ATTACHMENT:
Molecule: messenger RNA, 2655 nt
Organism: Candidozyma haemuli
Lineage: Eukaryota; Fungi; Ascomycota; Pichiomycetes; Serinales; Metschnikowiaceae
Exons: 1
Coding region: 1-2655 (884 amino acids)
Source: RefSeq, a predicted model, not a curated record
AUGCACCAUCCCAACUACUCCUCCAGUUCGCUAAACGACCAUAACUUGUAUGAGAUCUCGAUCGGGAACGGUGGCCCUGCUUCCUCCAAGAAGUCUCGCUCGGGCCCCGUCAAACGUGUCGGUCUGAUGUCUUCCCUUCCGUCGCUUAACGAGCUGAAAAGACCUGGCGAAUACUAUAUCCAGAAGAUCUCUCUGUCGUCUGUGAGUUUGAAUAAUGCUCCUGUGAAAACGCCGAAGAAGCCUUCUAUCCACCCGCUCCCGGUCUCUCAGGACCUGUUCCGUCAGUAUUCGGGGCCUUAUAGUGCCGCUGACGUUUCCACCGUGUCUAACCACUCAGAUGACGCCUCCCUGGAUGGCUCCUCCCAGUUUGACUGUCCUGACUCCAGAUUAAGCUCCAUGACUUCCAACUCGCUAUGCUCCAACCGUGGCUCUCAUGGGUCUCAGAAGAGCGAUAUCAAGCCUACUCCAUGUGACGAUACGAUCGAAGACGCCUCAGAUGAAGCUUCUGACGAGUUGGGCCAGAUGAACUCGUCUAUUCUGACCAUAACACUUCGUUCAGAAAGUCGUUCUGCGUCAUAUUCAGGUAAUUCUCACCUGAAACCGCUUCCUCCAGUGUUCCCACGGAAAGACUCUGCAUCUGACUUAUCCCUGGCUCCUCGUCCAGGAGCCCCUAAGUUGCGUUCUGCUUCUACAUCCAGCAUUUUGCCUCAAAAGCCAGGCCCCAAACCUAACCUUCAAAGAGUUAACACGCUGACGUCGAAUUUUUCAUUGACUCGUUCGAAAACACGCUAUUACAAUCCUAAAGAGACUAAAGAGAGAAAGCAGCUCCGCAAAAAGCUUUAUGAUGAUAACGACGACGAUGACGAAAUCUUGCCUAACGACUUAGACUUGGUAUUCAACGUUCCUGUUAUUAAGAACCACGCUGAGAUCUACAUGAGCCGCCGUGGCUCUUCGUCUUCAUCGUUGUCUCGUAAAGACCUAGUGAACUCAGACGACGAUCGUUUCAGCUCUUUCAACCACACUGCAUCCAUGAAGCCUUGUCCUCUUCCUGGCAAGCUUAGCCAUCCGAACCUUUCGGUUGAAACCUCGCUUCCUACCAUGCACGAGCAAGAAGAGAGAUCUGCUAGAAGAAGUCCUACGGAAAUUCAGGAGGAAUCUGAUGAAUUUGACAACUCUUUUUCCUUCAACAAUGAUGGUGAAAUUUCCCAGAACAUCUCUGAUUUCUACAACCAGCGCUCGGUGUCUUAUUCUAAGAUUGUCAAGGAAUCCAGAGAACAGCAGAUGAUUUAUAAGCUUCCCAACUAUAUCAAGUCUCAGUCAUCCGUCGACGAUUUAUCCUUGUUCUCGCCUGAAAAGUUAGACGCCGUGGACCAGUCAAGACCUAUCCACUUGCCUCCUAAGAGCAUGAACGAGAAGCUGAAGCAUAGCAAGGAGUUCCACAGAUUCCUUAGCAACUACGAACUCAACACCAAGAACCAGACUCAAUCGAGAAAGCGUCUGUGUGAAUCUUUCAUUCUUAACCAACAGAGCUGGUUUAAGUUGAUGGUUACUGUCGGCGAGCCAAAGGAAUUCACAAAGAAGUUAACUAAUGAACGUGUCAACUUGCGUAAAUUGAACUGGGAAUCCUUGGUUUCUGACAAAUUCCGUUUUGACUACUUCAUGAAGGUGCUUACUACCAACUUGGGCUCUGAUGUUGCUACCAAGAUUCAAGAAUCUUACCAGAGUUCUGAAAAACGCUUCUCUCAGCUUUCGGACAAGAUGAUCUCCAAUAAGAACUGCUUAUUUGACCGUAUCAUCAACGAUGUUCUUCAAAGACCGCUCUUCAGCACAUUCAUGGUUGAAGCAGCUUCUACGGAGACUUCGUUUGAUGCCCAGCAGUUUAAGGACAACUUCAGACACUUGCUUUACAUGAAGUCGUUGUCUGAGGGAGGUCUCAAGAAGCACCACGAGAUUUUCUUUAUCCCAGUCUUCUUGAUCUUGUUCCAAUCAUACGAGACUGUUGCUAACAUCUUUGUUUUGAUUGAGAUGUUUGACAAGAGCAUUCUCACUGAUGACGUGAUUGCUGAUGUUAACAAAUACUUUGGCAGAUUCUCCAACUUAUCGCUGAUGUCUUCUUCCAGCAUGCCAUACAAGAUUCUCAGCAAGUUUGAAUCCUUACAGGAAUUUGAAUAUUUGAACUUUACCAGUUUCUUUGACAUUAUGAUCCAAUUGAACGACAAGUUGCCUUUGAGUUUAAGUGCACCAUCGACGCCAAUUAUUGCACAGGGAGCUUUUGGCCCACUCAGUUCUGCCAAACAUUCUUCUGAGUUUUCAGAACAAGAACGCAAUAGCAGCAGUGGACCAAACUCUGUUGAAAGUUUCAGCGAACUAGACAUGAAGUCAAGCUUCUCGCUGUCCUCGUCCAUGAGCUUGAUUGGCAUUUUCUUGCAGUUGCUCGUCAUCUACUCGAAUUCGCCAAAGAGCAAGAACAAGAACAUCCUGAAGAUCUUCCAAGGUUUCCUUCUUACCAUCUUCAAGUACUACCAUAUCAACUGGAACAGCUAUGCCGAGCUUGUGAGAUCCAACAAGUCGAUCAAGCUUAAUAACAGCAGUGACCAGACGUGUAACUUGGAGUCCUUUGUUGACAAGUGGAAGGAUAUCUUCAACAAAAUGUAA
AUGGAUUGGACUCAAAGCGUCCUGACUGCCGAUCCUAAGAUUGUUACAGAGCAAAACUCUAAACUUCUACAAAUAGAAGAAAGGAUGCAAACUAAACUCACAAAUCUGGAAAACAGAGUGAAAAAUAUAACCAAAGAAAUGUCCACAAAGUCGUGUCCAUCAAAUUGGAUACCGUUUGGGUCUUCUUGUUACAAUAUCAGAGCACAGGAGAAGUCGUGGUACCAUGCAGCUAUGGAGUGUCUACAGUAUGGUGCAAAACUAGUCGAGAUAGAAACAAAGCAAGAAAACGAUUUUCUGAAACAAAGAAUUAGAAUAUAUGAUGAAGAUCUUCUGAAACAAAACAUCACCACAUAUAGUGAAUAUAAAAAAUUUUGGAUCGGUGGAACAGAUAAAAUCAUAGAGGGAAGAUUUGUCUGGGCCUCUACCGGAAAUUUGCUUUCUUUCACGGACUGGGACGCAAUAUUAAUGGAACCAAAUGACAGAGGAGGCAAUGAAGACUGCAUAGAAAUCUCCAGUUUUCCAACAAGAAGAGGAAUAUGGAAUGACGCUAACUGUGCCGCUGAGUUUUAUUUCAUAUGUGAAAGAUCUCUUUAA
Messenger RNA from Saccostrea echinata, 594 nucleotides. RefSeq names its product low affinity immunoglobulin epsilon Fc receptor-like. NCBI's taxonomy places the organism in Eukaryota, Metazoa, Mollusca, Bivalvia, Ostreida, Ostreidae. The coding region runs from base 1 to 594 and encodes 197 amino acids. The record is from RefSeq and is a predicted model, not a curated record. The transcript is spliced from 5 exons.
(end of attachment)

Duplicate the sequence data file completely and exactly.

Molecule: messenger RNA, 2655 nt
Organism: Candidozyma haemuli
Lineage: Eukaryota; Fungi; Ascomycota; Pichiomycetes; Serinales; Metschnikowiaceae
Exons: 1
Coding region: 1-2655 (884 amino acids)
Source: RefSeq, a predicted model, not a curated record
AUGCACCAUCCCAACUACUCCUCCAGUUCGCUAAACGACCAUAACUUGUAUGAGAUCUCGAUCGGGAACGGUGGCCCUGCUUCCUCCAAGAAGUCUCGCUCGGGCCCCGUCAAACGUGUCGGUCUGAUGUCUUCCCUUCCGUCGCUUAACGAGCUGAAAAGACCUGGCGAAUACUAUAUCCAGAAGAUCUCUCUGUCGUCUGUGAGUUUGAAUAAUGCUCCUGUGAAAACGCCGAAGAAGCCUUCUAUCCACCCGCUCCCGGUCUCUCAGGACCUGUUCCGUCAGUAUUCGGGGCCUUAUAGUGCCGCUGACGUUUCCACCGUGUCUAACCACUCAGAUGACGCCUCCCUGGAUGGCUCCUCCCAGUUUGACUGUCCUGACUCCAGAUUAAGCUCCAUGACUUCCAACUCGCUAUGCUCCAACCGUGGCUCUCAUGGGUCUCAGAAGAGCGAUAUCAAGCCUACUCCAUGUGACGAUACGAUCGAAGACGCCUCAGAUGAAGCUUCUGACGAGUUGGGCCAGAUGAACUCGUCUAUUCUGACCAUAACACUUCGUUCAGAAAGUCGUUCUGCGUCAUAUUCAGGUAAUUCUCACCUGAAACCGCUUCCUCCAGUGUUCCCACGGAAAGACUCUGCAUCUGACUUAUCCCUGGCUCCUCGUCCAGGAGCCCCUAAGUUGCGUUCUGCUUCUACAUCCAGCAUUUUGCCUCAAAAGCCAGGCCCCAAACCUAACCUUCAAAGAGUUAACACGCUGACGUCGAAUUUUUCAUUGACUCGUUCGAAAACACGCUAUUACAAUCCUAAAGAGACUAAAGAGAGAAAGCAGCUCCGCAAAAAGCUUUAUGAUGAUAACGACGACGAUGACGAAAUCUUGCCUAACGACUUAGACUUGGUAUUCAACGUUCCUGUUAUUAAGAACCACGCUGAGAUCUACAUGAGCCGCCGUGGCUCUUCGUCUUCAUCGUUGUCUCGUAAAGACCUAGUGAACUCAGACGACGAUCGUUUCAGCUCUUUCAACCACACUGCAUCCAUGAAGCCUUGUCCUCUUCCUGGCAAGCUUAGCCAUCCGAACCUUUCGGUUGAAACCUCGCUUCCUACCAUGCACGAGCAAGAAGAGAGAUCUGCUAGAAGAAGUCCUACGGAAAUUCAGGAGGAAUCUGAUGAAUUUGACAACUCUUUUUCCUUCAACAAUGAUGGUGAAAUUUCCCAGAACAUCUCUGAUUUCUACAACCAGCGCUCGGUGUCUUAUUCUAAGAUUGUCAAGGAAUCCAGAGAACAGCAGAUGAUUUAUAAGCUUCCCAACUAUAUCAAGUCUCAGUCAUCCGUCGACGAUUUAUCCUUGUUCUCGCCUGAAAAGUUAGACGCCGUGGACCAGUCAAGACCUAUCCACUUGCCUCCUAAGAGCAUGAACGAGAAGCUGAAGCAUAGCAAGGAGUUCCACAGAUUCCUUAGCAACUACGAACUCAACACCAAGAACCAGACUCAAUCGAGAAAGCGUCUGUGUGAAUCUUUCAUUCUUAACCAACAGAGCUGGUUUAAGUUGAUGGUUACUGUCGGCGAGCCAAAGGAAUUCACAAAGAAGUUAACUAAUGAACGUGUCAACUUGCGUAAAUUGAACUGGGAAUCCUUGGUUUCUGACAAAUUCCGUUUUGACUACUUCAUGAAGGUGCUUACUACCAACUUGGGCUCUGAUGUUGCUACCAAGAUUCAAGAAUCUUACCAGAGUUCUGAAAAACGCUUCUCUCAGCUUUCGGACAAGAUGAUCUCCAAUAAGAACUGCUUAUUUGACCGUAUCAUCAACGAUGUUCUUCAAAGACCGCUCUUCAGCACAUUCAUGGUUGAAGCAGCUUCUACGGAGACUUCGUUUGAUGCCCAGCAGUUUAAGGACAACUUCAGACACUUGCUUUACAUGAAGUCGUUGUCUGAGGGAGGUCUCAAGAAGCACCACGAGAUUUUCUUUAUCCCAGUCUUCUUGAUCUUGUUCCAAUCAUACGAGACUGUUGCUAACAUCUUUGUUUUGAUUGAGAUGUUUGACAAGAGCAUUCUCACUGAUGACGUGAUUGCUGAUGUUAACAAAUACUUUGGCAGAUUCUCCAACUUAUCGCUGAUGUCUUCUUCCAGCAUGCCAUACAAGAUUCUCAGCAAGUUUGAAUCCUUACAGGAAUUUGAAUAUUUGAACUUUACCAGUUUCUUUGACAUUAUGAUCCAAUUGAACGACAAGUUGCCUUUGAGUUUAAGUGCACCAUCGACGCCAAUUAUUGCACAGGGAGCUUUUGGCCCACUCAGUUCUGCCAAACAUUCUUCUGAGUUUUCAGAACAAGAACGCAAUAGCAGCAGUGGACCAAACUCUGUUGAAAGUUUCAGCGAACUAGACAUGAAGUCAAGCUUCUCGCUGUCCUCGUCCAUGAGCUUGAUUGGCAUUUUCUUGCAGUUGCUCGUCAUCUACUCGAAUUCGCCAAAGAGCAAGAACAAGAACAUCCUGAAGAUCUUCCAAGGUUUCCUUCUUACCAUCUUCAAGUACUACCAUAUCAACUGGAACAGCUAUGCCGAGCUUGUGAGAUCCAACAAGUCGAUCAAGCUUAAUAACAGCAGUGACCAGACGUGUAACUUGGAGUCCUUUGUUGACAAGUGGAAGGAUAUCUUCAACAAAAUGUAA
AUGGAUUGGACUCAAAGCGUCCUGACUGCCGAUCCUAAGAUUGUUACAGAGCAAAACUCUAAACUUCUACAAAUAGAAGAAAGGAUGCAAACUAAACUCACAAAUCUGGAAAACAGAGUGAAAAAUAUAACCAAAGAAAUGUCCACAAAGUCGUGUCCAUCAAAUUGGAUACCGUUUGGGUCUUCUUGUUACAAUAUCAGAGCACAGGAGAAGUCGUGGUACCAUGCAGCUAUGGAGUGUCUACAGUAUGGUGCAAAACUAGUCGAGAUAGAAACAAAGCAAGAAAACGAUUUUCUGAAACAAAGAAUUAGAAUAUAUGAUGAAGAUCUUCUGAAACAAAACAUCACCACAUAUAGUGAAUAUAAAAAAUUUUGGAUCGGUGGAACAGAUAAAAUCAUAGAGGGAAGAUUUGUCUGGGCCUCUACCGGAAAUUUGCUUUCUUUCACGGACUGGGACGCAAUAUUAAUGGAACCAAAUGACAGAGGAGGCAAUGAAGACUGCAUAGAAAUCUCCAGUUUUCCAACAAGAAGAGGAAUAUGGAAUGACGCUAACUGUGCCGCUGAGUUUUAUUUCAUAUGUGAAAGAUCUCUUUAA
Messenger RNA from Saccostrea echinata, 594 nucleotides. RefSeq names its product low affinity immunoglobulin epsilon Fc receptor-like. NCBI's taxonomy places the organism in Eukaryota, Metazoa, Mollusca, Bivalvia, Ostreida, Ostreidae. The coding region runs from base 1 to 594 and encodes 197 amino acids. The record is from RefSeq and is a predicted model, not a curated record. The transcript is spliced from 5 exons.